Defense Subcommittee Chairman C.W. Bill Young Prepared Statement on FY 2012 Defense Appropriations Bill Before Full Committee
Jun 14, 2011 -
"The fiscal year 2012 Department of Defense base budget recommendation before us today is $530 billion, which is $8.9 billion below the request. The overseas contingency operations recommendation is $118.7 billion, which is $842 million above the request. This increase is mostly attributable to the transfer of the Pakistan Counterinsurgency Fund from the State/Foreign Operations Subcommittee to the Defense Subcommittee.
"To reach the reduced base allocation of $530 billion, the Subcommittee reviewed in detail the budget request, and found areas and programs where reductions are possible without adversely impacting the warfighter or readiness.
"Examples of such reductions include: programs which have been terminated or restructured since the budget was submitted; savings from favorable contract pricing adjustments; contract and schedule delays resulting in fiscal year 2012 savings; unjustified cost increases or funding requested ahead of need; anticipated or historical under-execution; rescissions of unneeded prior year funds; and reductions that are authorized in the House passed fiscal year 2012 National Defense Authorization Act.
"Now, let me highlight some details of the subcommittee’s recommendation:
- $15.1 billion for the construction of ten Navy ships;
- $5.9 billion for 32 Joint Strike Fighter aircraft (19 Air Force, 7 Navy, 6 Marine Corps), and $2.7 billion for continued development and testing;
- $3.3 billion for 28 F-18 Super Hornets and 12 EA-18 Growlers;
- $2.8 billion for 116 H-60 Blackhawk helicopters (71 Army, 42 Navy, and 3 Air Force); and
- $699 million for 48 MQ-9 Reaper UAVs.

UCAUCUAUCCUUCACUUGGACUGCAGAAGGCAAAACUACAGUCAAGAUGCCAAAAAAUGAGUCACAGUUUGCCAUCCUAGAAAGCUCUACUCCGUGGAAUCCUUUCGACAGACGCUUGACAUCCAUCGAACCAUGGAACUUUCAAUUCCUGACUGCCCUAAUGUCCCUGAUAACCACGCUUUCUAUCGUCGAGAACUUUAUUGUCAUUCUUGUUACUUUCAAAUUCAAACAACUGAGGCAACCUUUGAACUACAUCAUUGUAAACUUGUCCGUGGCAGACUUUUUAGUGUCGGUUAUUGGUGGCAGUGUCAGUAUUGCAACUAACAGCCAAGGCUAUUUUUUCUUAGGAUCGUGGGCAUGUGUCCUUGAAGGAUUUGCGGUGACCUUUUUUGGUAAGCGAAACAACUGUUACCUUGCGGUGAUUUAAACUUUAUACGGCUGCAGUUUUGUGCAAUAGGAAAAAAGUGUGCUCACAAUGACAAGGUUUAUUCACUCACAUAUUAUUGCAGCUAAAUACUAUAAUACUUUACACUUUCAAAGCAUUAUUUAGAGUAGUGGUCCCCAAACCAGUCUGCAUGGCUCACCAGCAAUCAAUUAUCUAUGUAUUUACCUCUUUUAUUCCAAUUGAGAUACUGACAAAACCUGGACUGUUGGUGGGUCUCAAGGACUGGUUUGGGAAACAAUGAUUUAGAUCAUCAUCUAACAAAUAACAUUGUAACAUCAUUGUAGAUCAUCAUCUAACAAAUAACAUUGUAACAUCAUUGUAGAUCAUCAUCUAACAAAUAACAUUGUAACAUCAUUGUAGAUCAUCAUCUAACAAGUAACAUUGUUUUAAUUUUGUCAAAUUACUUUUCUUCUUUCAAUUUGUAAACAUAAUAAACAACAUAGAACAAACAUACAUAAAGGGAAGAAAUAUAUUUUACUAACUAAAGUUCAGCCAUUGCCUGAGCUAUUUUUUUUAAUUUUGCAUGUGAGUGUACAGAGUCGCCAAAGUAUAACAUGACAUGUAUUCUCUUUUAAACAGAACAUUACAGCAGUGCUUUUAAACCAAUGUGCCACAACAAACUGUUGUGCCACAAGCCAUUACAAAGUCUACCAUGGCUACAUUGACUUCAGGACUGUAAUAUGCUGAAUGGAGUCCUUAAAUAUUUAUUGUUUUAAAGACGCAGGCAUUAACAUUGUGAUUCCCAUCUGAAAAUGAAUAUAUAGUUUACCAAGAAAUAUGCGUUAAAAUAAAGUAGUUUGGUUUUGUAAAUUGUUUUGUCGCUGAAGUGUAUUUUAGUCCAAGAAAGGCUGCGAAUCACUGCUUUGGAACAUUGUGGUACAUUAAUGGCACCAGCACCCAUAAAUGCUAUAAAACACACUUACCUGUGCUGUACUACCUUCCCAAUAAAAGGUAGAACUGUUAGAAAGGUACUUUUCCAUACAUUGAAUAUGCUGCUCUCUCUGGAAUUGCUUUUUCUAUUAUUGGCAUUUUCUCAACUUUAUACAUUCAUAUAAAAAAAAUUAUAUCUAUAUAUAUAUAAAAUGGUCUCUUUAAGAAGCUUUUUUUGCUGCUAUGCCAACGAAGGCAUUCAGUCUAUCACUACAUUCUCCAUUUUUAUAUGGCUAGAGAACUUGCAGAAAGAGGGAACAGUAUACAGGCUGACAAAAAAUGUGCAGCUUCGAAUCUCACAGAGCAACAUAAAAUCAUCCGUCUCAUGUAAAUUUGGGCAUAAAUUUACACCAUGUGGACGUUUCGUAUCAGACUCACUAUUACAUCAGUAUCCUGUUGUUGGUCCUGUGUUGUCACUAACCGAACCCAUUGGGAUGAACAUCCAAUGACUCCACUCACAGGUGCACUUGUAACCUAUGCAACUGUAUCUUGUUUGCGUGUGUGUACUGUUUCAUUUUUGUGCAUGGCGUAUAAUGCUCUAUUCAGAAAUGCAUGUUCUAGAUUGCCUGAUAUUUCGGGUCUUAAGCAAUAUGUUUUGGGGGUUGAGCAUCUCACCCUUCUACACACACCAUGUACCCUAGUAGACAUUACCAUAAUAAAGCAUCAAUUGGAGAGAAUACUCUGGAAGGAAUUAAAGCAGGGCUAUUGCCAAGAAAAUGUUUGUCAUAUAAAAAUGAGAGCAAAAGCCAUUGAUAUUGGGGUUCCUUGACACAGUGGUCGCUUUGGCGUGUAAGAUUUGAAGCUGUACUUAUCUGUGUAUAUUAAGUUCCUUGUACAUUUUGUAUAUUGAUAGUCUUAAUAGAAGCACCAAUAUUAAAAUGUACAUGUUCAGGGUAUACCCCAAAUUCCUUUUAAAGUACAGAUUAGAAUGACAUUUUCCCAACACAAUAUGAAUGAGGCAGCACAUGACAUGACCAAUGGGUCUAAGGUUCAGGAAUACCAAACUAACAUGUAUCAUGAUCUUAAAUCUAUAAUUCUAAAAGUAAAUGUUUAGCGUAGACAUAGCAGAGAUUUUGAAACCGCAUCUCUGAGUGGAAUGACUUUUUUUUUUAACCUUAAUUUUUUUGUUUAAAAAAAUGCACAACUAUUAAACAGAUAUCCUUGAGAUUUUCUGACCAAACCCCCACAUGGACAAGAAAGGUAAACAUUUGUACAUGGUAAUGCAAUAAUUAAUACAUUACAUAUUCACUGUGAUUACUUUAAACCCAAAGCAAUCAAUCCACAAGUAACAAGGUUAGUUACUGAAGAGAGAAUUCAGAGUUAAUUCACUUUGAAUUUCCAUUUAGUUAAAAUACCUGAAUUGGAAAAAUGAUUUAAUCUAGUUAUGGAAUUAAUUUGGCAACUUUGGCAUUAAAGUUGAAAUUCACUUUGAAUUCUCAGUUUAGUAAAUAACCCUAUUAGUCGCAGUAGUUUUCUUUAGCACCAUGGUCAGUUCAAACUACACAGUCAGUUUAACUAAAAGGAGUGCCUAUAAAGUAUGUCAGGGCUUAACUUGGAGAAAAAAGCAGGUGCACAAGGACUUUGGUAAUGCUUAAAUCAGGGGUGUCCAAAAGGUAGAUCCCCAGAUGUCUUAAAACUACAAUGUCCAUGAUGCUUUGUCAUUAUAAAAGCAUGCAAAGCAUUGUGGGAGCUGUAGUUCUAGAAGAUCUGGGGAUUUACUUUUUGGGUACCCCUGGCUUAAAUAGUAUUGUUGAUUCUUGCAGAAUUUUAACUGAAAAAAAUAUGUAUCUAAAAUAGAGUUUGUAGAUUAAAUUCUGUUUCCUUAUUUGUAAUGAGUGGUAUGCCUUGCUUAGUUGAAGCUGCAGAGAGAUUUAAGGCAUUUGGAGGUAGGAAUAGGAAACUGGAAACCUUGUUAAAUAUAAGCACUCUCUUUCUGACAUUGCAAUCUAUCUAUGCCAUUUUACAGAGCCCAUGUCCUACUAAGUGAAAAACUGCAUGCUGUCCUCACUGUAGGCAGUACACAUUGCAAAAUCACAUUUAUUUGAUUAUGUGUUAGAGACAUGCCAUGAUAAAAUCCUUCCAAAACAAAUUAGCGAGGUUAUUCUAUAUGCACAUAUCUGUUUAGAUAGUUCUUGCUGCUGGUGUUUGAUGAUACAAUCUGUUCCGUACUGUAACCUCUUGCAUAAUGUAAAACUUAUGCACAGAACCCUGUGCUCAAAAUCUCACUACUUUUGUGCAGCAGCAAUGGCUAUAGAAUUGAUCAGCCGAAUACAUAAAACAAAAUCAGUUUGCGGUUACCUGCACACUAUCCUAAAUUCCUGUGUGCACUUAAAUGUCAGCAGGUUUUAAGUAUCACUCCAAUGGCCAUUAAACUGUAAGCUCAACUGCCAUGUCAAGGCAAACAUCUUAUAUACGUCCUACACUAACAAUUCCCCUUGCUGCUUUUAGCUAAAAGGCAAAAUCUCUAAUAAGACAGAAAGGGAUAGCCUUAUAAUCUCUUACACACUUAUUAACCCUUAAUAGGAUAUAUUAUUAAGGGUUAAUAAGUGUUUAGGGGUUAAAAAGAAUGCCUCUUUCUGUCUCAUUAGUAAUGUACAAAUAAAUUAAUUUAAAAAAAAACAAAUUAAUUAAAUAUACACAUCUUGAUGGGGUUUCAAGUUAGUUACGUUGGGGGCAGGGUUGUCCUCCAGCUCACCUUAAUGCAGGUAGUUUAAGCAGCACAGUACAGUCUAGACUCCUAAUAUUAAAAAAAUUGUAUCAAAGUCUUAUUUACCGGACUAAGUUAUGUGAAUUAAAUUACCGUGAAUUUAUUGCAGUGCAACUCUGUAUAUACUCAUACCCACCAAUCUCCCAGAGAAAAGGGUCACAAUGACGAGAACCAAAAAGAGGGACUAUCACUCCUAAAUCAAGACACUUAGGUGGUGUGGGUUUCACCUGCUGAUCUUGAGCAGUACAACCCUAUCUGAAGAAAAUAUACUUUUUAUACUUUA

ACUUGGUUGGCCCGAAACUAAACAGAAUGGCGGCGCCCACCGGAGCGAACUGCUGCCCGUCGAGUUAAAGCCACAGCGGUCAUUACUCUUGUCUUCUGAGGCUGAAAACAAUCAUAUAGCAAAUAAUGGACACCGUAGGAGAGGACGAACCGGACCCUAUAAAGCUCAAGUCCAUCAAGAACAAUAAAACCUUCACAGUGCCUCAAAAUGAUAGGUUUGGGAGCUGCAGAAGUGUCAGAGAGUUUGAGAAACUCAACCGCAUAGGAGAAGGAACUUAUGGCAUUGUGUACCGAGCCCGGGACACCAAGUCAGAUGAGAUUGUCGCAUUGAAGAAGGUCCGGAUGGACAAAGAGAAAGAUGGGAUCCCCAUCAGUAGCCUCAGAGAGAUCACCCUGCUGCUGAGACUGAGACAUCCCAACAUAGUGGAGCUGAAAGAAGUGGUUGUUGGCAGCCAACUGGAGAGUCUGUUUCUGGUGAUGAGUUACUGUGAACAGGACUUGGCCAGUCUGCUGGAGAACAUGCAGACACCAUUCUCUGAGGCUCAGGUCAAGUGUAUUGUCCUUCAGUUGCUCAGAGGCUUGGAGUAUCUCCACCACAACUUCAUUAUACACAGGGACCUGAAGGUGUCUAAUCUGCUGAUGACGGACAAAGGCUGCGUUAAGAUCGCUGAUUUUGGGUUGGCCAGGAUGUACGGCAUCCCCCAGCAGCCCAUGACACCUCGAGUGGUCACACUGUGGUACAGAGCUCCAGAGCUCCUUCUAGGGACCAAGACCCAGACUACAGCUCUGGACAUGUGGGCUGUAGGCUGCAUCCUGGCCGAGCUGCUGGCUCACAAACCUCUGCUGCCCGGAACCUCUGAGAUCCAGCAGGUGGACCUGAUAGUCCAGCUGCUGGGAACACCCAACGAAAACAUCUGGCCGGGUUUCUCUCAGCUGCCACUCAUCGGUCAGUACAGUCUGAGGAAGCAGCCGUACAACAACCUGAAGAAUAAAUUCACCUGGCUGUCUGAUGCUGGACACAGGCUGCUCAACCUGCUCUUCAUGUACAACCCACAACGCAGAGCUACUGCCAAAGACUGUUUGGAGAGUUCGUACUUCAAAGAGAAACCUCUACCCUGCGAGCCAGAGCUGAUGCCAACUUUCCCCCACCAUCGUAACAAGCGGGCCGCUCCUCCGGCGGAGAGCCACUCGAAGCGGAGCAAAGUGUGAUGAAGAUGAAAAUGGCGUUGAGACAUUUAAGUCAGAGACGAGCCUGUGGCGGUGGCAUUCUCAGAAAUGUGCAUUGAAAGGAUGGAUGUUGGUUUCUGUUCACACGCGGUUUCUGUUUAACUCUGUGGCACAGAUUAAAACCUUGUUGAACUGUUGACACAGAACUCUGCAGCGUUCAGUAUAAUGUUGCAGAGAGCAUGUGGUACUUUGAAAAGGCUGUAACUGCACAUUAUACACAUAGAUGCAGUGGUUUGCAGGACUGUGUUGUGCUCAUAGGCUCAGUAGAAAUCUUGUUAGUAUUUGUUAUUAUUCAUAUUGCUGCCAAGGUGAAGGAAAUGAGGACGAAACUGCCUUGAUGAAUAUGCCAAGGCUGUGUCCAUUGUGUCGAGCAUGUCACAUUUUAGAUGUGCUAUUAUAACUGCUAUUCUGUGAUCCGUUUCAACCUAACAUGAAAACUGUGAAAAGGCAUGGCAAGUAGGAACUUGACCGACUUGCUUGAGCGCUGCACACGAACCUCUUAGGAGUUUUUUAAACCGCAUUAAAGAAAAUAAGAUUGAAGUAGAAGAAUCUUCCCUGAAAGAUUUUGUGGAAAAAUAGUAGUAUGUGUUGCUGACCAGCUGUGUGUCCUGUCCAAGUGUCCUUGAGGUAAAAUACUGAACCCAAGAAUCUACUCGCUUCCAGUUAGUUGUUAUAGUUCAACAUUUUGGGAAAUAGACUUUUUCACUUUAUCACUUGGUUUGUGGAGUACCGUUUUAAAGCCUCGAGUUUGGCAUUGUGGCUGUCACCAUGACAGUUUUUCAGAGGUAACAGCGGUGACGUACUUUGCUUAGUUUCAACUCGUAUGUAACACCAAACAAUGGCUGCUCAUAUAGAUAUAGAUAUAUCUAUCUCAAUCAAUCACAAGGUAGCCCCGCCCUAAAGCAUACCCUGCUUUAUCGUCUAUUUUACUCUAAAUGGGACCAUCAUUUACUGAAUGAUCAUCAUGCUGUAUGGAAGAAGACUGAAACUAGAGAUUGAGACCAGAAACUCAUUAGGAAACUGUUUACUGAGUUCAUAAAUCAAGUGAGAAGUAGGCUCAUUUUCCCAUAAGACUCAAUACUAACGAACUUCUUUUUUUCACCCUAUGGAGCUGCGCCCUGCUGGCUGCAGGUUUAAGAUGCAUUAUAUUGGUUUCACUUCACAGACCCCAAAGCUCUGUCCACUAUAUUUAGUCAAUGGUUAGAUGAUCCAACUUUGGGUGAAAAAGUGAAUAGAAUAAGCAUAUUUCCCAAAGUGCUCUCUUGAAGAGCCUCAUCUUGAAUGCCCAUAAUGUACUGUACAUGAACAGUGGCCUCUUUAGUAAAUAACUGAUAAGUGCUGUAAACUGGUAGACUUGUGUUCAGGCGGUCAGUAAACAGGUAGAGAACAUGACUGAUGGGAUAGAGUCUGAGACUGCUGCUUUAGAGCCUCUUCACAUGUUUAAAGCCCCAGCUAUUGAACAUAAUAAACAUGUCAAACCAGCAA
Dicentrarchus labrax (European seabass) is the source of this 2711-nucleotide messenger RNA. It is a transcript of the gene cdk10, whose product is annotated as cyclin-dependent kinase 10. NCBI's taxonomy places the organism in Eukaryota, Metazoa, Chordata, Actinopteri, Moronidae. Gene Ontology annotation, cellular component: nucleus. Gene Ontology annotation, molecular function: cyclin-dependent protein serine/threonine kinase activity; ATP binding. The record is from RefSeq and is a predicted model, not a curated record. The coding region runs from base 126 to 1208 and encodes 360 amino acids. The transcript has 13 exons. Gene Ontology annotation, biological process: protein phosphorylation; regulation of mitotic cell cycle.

"Some highlights of subcommittee recommended increases include:
- +$885 million for unrealistic Operation and Maintenance efficiencies;
- +$1.5 billion for National Guard and Reserve equipment;
- +$610 million for Service identified unfunded requirements, including $239 million for SOCOM; and
- +$633 million for military medical research, including +$223 million for cancer research and +$125 million for Psychological Health/Traumatic Brain Injury (PH/TBI).
"Some highlights of subcommittee recommended reductions include:
- -$435 million in savings from contract and production delays in the Advanced Medium-Range Air-to-Air Missile (AMRAAM);
- -$524 million in program delay savings for the Enhanced Medium Altitude Reconnaissance and Surveillance System (EMAARS);
- -$1.7 billion in unneeded prior year funds; and
- -$1.3 billion for improved economic assumptions.
"Finally, while the bill does not provide any funds for the military operations in Libya, it does shift $5 billion in anticipated excess Army Operation and Maintenance OCO funds to an OCO Transfer Fund. This will provide the Department with some added flexibility to execute its overseas contingency operations in Iraq and Afghanistan.
"It was a difficult task to write this bill $9 billion below the request, but we did so smartly and effectively. I would have preferred – and indeed I was fighting for – a higher number for Defense. But in this time of financial crisis that our nation is facing, no one should be exempt from tightening their fiscal belts – and on the Defense subcommittee, we must do so smartly and carefully, making sure to not impact the warfighter or their mission.
"I committed long ago that that I would never write or support a bill which adversely affected any soldier or had an adverse affect on our nation’s readiness. I firmly believe I have kept that promise with the bill before us today."